Throughout the mental health assessment, they will explore everything from your mental health symptoms and experiences to your feelings, thoughts and actions. They will also question you about housing and financial circumstances, as well as your use of drugs and past experiences.  

While this may seem invasive, being frank and open about all of these points and more helps the mental health team identify your needs and the challenges you are facing. You will also get the opportunity to ask your own questions and discuss the diagnosis in a safe space. Helping you to come to terms with and be involved in the decision-making process surrounding your mental health. 


Online Mental Health Courses


What is The Mental Health Act? 

The Mental Health Act is a law that has been put in place to inform people experiencing mental health issues and disorders about their rights, as well as the way they should be treated by others in society.  

This can be incredibly helpful to individuals experiencing poor mental health, as well as any person who deals with or works with someone experiencing these challenges. The Mental Health Act is also designed to detail the process of detaining any individual who may need to remain in hospital for assessment or treatment. As well as the rights of the person being detained.  

The Mental Health Act is updated regularly as new evidence emerges, to make sure the needs of individuals experiencing mental health issues and disorders are properly met.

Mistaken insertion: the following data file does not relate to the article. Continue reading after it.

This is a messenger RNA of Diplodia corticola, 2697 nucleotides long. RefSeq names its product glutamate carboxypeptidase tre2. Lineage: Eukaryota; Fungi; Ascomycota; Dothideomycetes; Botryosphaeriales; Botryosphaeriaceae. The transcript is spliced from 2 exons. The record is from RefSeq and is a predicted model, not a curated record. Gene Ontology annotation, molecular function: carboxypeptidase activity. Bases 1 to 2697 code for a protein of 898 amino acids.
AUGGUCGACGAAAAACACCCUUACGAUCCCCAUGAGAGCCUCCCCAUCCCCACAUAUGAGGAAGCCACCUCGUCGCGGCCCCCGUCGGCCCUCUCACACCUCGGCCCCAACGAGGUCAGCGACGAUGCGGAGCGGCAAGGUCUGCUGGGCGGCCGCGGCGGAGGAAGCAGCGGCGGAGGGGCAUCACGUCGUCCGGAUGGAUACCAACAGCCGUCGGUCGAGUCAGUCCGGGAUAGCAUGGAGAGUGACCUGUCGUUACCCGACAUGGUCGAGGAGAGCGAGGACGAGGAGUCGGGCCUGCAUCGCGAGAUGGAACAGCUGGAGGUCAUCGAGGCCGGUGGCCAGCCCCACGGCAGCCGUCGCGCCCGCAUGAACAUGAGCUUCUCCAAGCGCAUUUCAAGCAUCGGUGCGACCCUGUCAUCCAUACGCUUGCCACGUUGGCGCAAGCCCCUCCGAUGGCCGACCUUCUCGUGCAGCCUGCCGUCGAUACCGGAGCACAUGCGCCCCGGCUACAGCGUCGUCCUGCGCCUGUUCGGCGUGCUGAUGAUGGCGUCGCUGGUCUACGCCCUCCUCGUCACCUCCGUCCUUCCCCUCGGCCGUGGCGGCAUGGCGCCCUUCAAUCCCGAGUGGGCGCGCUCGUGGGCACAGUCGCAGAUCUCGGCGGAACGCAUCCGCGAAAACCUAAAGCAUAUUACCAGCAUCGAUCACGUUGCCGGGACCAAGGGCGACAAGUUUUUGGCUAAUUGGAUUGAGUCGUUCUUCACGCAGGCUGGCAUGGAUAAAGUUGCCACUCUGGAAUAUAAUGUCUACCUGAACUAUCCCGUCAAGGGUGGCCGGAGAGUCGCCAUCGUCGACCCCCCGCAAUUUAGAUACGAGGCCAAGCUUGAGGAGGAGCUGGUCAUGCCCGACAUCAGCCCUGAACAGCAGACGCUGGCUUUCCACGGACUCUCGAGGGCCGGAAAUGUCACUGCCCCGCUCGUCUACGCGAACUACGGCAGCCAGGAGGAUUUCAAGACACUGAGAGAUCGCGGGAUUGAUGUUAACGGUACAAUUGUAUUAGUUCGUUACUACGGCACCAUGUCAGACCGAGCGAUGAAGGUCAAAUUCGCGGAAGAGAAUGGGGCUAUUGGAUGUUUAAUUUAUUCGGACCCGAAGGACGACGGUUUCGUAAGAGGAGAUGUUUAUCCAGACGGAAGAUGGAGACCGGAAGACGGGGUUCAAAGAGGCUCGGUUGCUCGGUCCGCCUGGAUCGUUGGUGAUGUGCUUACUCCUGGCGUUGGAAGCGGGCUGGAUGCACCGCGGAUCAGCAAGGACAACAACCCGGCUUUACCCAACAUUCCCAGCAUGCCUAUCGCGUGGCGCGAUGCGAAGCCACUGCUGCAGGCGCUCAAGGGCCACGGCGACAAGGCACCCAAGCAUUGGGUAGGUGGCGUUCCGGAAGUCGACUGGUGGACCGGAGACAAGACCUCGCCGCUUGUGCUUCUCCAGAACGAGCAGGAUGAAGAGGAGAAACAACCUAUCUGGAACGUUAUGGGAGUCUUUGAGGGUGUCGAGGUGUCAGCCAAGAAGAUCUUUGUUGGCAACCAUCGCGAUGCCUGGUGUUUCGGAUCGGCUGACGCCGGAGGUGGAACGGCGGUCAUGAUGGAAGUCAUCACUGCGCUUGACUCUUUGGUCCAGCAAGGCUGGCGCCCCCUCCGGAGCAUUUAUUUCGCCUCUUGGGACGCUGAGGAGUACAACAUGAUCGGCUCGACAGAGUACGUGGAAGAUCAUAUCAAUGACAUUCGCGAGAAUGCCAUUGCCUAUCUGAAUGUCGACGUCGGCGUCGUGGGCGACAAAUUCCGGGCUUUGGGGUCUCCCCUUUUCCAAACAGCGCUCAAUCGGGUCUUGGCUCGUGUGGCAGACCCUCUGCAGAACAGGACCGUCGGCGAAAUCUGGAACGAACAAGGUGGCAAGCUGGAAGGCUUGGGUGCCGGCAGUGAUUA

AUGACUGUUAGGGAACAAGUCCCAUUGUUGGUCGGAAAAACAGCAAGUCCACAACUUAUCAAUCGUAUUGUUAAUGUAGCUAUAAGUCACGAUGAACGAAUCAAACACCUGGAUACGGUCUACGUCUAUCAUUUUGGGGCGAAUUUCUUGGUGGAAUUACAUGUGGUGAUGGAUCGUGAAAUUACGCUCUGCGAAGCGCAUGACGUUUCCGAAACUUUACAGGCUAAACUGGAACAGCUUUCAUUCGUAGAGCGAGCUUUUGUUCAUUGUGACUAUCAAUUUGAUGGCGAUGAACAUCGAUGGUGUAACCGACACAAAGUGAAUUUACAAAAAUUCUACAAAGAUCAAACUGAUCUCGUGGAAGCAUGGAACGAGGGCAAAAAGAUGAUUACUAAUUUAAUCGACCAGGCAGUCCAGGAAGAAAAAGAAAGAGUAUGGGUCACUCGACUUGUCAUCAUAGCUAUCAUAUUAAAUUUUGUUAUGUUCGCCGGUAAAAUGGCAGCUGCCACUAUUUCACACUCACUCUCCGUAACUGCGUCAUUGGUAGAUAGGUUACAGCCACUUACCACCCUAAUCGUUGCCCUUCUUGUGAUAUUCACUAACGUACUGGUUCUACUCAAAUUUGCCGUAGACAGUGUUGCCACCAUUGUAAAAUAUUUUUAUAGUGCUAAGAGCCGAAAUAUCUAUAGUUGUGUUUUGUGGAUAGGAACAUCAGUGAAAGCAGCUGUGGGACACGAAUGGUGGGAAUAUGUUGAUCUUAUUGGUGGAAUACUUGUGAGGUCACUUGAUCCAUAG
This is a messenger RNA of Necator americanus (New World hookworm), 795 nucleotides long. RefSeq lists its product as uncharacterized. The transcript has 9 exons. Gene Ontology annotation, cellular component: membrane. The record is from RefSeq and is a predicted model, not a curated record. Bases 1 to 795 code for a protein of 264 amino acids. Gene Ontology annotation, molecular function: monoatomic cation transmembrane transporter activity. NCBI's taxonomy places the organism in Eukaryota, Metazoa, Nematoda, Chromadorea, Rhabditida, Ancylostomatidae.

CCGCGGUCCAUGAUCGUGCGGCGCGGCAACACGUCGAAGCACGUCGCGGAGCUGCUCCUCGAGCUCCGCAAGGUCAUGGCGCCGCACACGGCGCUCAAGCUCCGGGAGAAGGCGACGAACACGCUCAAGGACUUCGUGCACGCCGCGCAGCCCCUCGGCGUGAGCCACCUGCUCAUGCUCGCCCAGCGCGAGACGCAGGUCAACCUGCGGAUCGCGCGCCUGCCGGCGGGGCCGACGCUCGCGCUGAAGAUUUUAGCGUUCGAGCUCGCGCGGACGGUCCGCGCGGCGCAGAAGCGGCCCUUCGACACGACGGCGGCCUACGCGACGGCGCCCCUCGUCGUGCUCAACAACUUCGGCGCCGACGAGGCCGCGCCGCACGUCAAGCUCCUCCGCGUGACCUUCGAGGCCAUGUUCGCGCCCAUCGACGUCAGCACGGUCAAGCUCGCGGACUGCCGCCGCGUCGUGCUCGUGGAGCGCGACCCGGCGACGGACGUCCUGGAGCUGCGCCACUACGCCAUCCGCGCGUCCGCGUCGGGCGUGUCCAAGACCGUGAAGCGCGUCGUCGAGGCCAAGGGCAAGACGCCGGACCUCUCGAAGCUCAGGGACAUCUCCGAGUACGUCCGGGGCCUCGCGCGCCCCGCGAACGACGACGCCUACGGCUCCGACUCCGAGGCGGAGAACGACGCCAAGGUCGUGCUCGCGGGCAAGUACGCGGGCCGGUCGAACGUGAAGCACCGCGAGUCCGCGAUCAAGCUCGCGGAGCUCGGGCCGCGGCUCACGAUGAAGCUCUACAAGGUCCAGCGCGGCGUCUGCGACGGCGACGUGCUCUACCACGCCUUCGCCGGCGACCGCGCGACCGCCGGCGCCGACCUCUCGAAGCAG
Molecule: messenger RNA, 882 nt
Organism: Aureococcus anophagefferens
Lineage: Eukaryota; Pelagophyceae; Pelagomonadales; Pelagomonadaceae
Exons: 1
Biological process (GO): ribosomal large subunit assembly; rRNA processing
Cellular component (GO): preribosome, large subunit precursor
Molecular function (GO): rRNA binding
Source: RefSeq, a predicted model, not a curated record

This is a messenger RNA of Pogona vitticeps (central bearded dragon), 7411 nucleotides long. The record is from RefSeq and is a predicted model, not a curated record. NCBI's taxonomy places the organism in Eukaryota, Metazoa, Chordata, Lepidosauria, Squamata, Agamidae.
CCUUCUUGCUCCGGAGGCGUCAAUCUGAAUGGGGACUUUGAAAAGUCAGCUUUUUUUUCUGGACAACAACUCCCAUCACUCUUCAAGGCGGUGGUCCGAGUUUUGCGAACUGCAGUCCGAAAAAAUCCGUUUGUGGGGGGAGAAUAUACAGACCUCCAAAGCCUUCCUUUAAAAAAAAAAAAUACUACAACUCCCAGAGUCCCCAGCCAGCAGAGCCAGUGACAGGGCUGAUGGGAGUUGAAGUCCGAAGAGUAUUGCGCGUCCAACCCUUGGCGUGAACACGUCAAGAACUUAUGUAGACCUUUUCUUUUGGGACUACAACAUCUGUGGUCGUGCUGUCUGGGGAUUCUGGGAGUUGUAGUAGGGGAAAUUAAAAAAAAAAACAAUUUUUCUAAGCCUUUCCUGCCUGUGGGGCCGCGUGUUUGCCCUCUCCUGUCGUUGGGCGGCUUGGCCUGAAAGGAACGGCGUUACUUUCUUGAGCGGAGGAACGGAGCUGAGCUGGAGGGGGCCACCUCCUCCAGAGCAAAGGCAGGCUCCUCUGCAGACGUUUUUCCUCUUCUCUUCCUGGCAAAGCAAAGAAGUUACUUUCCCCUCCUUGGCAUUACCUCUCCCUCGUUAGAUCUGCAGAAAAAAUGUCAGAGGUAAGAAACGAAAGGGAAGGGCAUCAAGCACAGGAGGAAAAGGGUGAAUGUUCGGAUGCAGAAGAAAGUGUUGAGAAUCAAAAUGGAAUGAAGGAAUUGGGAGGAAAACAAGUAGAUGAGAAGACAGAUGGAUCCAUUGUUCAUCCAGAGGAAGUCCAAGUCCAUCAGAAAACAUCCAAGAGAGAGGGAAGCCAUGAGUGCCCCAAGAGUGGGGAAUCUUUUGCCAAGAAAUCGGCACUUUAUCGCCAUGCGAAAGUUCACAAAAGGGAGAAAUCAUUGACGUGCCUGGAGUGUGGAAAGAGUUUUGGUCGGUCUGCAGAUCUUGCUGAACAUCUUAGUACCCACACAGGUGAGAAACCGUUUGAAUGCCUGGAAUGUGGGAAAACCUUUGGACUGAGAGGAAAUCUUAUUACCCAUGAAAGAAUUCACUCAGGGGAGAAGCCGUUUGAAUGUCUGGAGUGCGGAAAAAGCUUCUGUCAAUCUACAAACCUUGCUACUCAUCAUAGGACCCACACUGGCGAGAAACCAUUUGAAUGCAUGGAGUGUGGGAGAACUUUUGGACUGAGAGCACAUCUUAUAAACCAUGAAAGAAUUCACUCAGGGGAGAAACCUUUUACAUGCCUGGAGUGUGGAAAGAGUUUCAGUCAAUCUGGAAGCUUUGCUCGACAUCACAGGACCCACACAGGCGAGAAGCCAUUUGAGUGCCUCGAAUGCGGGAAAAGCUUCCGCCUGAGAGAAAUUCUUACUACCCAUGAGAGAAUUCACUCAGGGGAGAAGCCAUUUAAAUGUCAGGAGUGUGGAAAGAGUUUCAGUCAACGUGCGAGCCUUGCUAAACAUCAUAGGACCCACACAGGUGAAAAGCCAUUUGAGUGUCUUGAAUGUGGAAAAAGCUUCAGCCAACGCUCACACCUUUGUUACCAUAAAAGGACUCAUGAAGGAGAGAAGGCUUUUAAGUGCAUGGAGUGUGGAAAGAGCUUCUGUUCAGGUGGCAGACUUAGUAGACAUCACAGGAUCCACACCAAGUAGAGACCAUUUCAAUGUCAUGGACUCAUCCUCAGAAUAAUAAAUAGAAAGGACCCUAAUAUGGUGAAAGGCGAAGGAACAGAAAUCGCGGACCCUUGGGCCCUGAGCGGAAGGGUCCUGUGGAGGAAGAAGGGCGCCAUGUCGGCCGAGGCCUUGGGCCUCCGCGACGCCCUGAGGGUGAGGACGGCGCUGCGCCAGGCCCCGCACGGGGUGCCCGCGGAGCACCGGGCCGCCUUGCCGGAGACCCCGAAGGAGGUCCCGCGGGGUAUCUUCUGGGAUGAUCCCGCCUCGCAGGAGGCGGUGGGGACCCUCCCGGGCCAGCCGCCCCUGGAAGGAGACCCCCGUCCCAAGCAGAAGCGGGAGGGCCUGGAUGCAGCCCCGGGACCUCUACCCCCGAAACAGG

How to Improve Mental Health 

There are numerous ways you can boost your mental health and wellbeing to have a calmer and more positive outlook on life.  

These include: 

Connecting with others – Building strong and close relationships help promote feelings of belonging, self-worth. They also provide you with the opportunity to share positive experiences and have emotional support.  

Partake in physical activity – Not only is it good for your physical health, being active has been proven to have a direct positive impact on mental wellbeing. By completing regular exercise you can boost your self-esteem, gain a sense of achievement and encourage chemical changes in the brain that lead to positive changes in mood.  

Add to your skillset – Another excellent way of boosting your mental health by feeling like you have achieved something and have a sense of purpose is setting yourself the challenge of learning something new. In many instances, it also helps you connect with others.  

Be kind and giving – You can also create more positive feelings in yourself by giving and being kind to others. You will no doubt gain a sense of purpose and reward, as well as amplify the positive relationships you have with others.